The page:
And again, despite the critiques of fools and backbiters and those without a real critical bone in their bodies, the film does manage to develop the character of the Kid. John Grady Cole (played by Matt Damon) has dreamt of taking over his grandfather’s ranch for the entirety of his childhood. But times are changing and the old frontier lands will yield significantly higher profits for the family if sold to oil barons instead of toiling away raising cattle on them for the next fifty years. As such, when Cole’s grandfather passes away, his mother quickly decides to sell the land and thereby destroys all of Cole’s hopes for a life on the range. The death of these hopes is visually symbolized by the corpse of the grandfather Cole, who appears visually similar to the great Western character actor Slim Pickens (though Pickens passed away almost 20 years prior, in 1983). The death of the Western genre, the death of the West, and the end of all romanticism for Cole in the hopes of working the land upon which his grandfather, and his grandfather, worked their entire lives.

Cole decides to leave the ranch and head south past the Rio Grande and into Mexico where a real frontier still exists and one can find steady work as a cowboy. He takes along with him his trusty friend Lacey Rawlins as well as two horses they steal from the ranch i the dead of night and on they go. Along the journey, they run into a young boy named Jimmy Blevins who has likewise stolen a horse, as well as his stepfather’s gun and some supplies in the hopes of making it down in Mexico, and escaping constant beatings at the hands of the man. Blevins has obviously had a difficult life, which has turned him into a good shot as well as a youth prone to outbursts of violence. This tendency within the boy will later prove his downfall. Rawlins and Cole will not escape its repercussions unscathed either.

Over the course of the film, Rawlins and Cole make it to their destination and meet a woman along the way who owns a small bar. She is, notably, the same actress as Bennie’s girl in Sam Peckinpah’s magnum opus Bring Me the Head of Alfredo Garcia. The two men find a ranch and impress the biggest tycoon (Ruben Blades) around by breaking in over a dozen wild horses in a week. Cole falls for the man’s daughter (Penelope Cruz). Loves begin, crimes catch up to their perpetrators, and lovers are forcibly wrenched apart. By the end of the film, Cole has realized that there is no place on Earth coincident with his romanticism, no place that measures up to his ideal type of Paradise. The Kid becomes The Man, develops into a disillusioned soul who is by no means completed by film’s end. One can imagine his past traumas developing into alcoholism or drug use. That he will have his share of women, but will experience a dearth of truly good times for the remainder of his days. And that he accepts this begrudgingly and will remain a haunted man like his father Cole (Robert Patrick) before him: a Tennessee Williams type, divorced, down and out, drunk, and jaded by the hand he’s been dealt in life, and the knowledge that there is no better hand to be had. Except death’s sweet release and the hope that things will be better once he returns to the wellspring of his being, to the womb, the mother, the vacuum of Being, to the void.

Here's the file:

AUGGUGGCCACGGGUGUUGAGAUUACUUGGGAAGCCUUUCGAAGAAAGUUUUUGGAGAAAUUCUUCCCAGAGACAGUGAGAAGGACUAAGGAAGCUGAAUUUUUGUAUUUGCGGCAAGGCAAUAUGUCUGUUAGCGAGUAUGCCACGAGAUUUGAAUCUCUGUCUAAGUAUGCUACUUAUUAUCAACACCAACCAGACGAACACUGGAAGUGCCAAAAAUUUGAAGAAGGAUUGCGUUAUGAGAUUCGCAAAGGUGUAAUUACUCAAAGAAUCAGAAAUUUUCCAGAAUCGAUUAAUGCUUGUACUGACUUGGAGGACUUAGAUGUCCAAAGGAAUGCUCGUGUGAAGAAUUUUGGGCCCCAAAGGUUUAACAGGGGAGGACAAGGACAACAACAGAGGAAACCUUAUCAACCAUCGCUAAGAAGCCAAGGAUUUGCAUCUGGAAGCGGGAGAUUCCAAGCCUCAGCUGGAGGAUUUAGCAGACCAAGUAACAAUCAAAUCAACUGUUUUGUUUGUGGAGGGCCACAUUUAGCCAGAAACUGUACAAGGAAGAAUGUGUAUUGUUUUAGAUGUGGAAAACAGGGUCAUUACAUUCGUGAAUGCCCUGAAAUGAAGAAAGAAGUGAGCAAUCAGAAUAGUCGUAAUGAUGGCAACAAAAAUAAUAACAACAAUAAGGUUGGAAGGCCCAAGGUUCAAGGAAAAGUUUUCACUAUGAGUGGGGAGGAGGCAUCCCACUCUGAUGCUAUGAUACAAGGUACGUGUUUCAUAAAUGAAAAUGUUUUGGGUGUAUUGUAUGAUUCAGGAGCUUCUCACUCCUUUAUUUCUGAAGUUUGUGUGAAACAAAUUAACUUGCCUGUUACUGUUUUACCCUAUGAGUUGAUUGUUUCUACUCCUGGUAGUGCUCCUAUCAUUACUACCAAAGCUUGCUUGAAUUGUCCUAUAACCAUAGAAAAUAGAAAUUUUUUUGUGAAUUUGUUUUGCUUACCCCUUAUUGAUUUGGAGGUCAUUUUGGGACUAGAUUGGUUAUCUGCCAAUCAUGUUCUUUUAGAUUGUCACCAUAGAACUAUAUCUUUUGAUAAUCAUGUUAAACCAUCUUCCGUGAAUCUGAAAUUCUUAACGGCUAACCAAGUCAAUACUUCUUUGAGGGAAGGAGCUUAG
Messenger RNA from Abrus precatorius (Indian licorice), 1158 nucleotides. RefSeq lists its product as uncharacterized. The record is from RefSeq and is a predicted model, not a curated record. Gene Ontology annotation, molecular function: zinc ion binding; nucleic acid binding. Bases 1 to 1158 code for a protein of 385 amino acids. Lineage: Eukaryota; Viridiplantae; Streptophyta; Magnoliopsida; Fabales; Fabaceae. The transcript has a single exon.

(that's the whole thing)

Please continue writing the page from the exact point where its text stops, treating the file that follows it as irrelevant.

Cody Ward

 

[Next up: Child of God]